One of my resolutions for the year was to take part in a writing retreat. I looked at a few possibilities, one of which was abroad in sunnier climes. In the end, I plumped for an Arvon Foundation course. I had heard nothing but good things about them from people who attended previous retreats.
There was a good choice of potential other courses in the brochure, some I couldn’t do because of timing and work. In the end I settled on the Starting to Write Short Stories course. It looked like an interesting one, with a wonderful setting and tutors with impressive backgrounds. It was also a good chance to develop my short story writing this is an area that I dip-in and out of when I am not writing my novel.
The course was at Lumb Bank, not far from Hebden Bridge and it’s the former home of Poet Laureate Ted Hughes. It is a beautiful and inspiring setting. Along with 15 other participants we had a number of workshops with our excellent tutors Tania Hershman and Robert Shearman throughout the week. We even had the chance to have one-to-one tutorials with them too.
As well as the formal opportunities to write there were a number of opportunities to go away and write or to socialise with the other writers. One of the good things about the week was the lack of Internet access. For someone that is distracted by constant access to the web, this was a welcome novelty. It also highlighted what can be done without being constantly tied to the web.
Also, I don’t think I have ever eaten as healthily as I did during the week. We took it in turns to work in the kitchen to prepare the evening meals for everyone, using locally sourced fresh produce. My stint was on the last night Friday. I was tasked with making two fruit trifles from scratch. This was a first for me and surprisingly they went down well.
Each evening there were a number of themed events. On Tuesday Tania and Rob read from their work, I didn’t need a second invitation to buy their books. Wednesday’s event saw Manchester writer Zoe Lambert come along to read from her work. Friday was the participants turn and we all had the chance to read a piece of work that we had produced over the course of the week.
I read my short story ‘100 Million Light Years From Where I Want to Be’. This was something I had written in one of the workshops. This was a serious piece but I don’t think that I set the right tone for reading it by tripping over my own feet as I advance towards the spotlight. I think my piece went down reasonably well despite the comedy interlude. It was great to hear what everyone else had been working on over the course of the week.
It was such a brilliant and rewarding week and one that I didn’t want to end. There’s talk of us all meeting up socially in the future, which would be nice. For now, I feel very inspired and I hope to put into action all that I learnt during the week. I may even have a go at making another trifle.
Here’s something on the Arvon blog that eloquently sums up the week from Colette, one of the other participants.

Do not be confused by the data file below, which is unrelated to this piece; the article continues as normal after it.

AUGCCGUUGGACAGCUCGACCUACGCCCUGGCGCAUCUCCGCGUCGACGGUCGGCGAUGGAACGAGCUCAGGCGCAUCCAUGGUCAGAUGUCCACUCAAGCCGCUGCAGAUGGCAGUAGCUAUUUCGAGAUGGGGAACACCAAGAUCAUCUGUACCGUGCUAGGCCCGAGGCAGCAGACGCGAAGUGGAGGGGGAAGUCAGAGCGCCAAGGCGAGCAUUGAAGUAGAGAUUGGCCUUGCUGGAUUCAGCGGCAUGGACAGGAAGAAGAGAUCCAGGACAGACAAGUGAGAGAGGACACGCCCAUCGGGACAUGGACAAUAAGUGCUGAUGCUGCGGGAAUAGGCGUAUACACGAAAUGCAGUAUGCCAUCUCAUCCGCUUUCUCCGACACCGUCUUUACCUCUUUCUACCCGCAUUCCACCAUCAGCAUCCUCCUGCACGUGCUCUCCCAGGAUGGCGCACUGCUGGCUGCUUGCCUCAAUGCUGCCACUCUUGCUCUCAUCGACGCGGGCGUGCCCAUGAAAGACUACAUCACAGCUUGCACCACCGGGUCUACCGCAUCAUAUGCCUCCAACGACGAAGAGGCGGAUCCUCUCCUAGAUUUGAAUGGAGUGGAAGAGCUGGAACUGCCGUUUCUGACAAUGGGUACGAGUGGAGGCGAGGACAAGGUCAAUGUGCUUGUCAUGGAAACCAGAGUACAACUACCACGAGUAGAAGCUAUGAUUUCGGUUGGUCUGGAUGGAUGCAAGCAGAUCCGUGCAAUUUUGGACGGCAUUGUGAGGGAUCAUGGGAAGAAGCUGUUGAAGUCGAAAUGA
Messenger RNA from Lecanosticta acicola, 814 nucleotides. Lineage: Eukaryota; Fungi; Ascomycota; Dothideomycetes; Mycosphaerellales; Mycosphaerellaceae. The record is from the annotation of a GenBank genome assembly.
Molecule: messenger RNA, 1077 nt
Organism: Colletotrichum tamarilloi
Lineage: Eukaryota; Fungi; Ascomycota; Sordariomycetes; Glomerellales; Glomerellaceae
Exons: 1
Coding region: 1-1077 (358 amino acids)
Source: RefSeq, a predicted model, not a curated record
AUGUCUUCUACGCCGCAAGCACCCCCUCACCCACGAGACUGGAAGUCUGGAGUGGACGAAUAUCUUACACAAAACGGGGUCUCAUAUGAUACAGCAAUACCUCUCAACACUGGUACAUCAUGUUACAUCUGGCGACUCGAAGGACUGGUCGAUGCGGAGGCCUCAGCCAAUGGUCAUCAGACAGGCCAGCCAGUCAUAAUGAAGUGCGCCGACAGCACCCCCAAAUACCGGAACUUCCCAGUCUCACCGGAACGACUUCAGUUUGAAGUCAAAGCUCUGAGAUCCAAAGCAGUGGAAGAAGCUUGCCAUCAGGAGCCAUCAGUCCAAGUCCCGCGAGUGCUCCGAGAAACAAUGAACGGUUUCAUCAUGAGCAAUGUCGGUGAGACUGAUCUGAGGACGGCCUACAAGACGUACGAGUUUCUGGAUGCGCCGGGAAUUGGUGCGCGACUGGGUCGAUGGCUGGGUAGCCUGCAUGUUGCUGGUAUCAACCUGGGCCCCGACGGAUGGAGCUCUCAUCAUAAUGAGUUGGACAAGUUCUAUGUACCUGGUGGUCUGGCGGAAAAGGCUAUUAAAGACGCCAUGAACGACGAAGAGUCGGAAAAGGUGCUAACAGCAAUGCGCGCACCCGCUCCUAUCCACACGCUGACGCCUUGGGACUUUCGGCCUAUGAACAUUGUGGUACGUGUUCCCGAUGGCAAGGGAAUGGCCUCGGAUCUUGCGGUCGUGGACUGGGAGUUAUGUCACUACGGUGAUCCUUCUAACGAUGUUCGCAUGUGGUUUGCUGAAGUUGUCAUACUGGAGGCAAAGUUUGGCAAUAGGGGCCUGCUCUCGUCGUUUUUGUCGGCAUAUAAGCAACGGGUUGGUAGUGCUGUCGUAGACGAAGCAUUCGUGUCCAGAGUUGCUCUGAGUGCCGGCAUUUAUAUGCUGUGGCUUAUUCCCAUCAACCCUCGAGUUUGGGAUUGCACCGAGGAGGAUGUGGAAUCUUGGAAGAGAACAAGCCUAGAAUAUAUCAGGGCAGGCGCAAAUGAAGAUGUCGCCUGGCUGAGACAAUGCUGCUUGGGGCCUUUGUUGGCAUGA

Saturday morning was the time that we all left and headed off home. Feeling inspired by all things literary during the week, I decided to stop off in Haworth to visit the Bronte House and the surrounding village as it wasn’t that far from Lumb Bank. It was also somewhere I had never been before. While there, I wasn’t expecting to be drawn attention to works of another Haworth-based writer especially one that was working on the car park. In return for free parking I bought the author’s book. His name is Edward Evans.
I recently took part in a great event organised by my MA colleague David Llewellyn and his friend Stanley O Ayodeji. The night at the International Anthony Burgess Centre, in Manchester, was a book launch for David’s Jack Par(r) and Damage Limitation by Stanley. This was part of the first (and hopefully not the last) We4Poets event.
A number of colleagues from the MA took part in reading short stories, poems and some performed live music. My involvement was not a literary one, but a musical one. I was ‘coaxed’ out of retirement to perform two (self-penned) songs. When I was asked by David if I would like to get involved, I said I would love to. When he mentioned that he was looking for some variation in the line-up. I mentioned that I had written and performed my own songs a few years back. I thought this would be the last that I would hear of this, but when I saw David for our regular MA get together it was obvious that he was serious about me performing. So without a convincing enough excuse to get out of it, I was down to play.
So a couple of weeks of hasty rehearsals was called for to get myself up to speed. When I was rooting through the songs that I had previously performed and deciding which ones I would perform I realised actually how long ago it had been since I had last performed solo. It was nearly 12 years ago. I wasn’t too sure why I had left it so long, I had every intention of getting back into it at some point, but I always found an excuse not to do so. In the time that I hadn’t written or performed, though I had enjoyed being a part of the Resound Community Choir, where I could hide behind a number of other talented performers. This time it would be just me and a guitar.
The atmosphere of the night was welcoming and friendly. I knew most of the performers from my MA. It was good to meet Stanley and a songwriter called Tez Scatchill, who headlined the event brilliantly. I joined him to accompany singer Laura Sinclair on a cover of an Eryka Badu song. I say join in, I had to improvise by ‘miming’ as I realised that my guitar was so badly out of tune, but the song had already started and I didn’t want to delay the proceedings. I nodded to Tez to carry on without me. Which he did magnificently. This was not a great way of settling my nerves.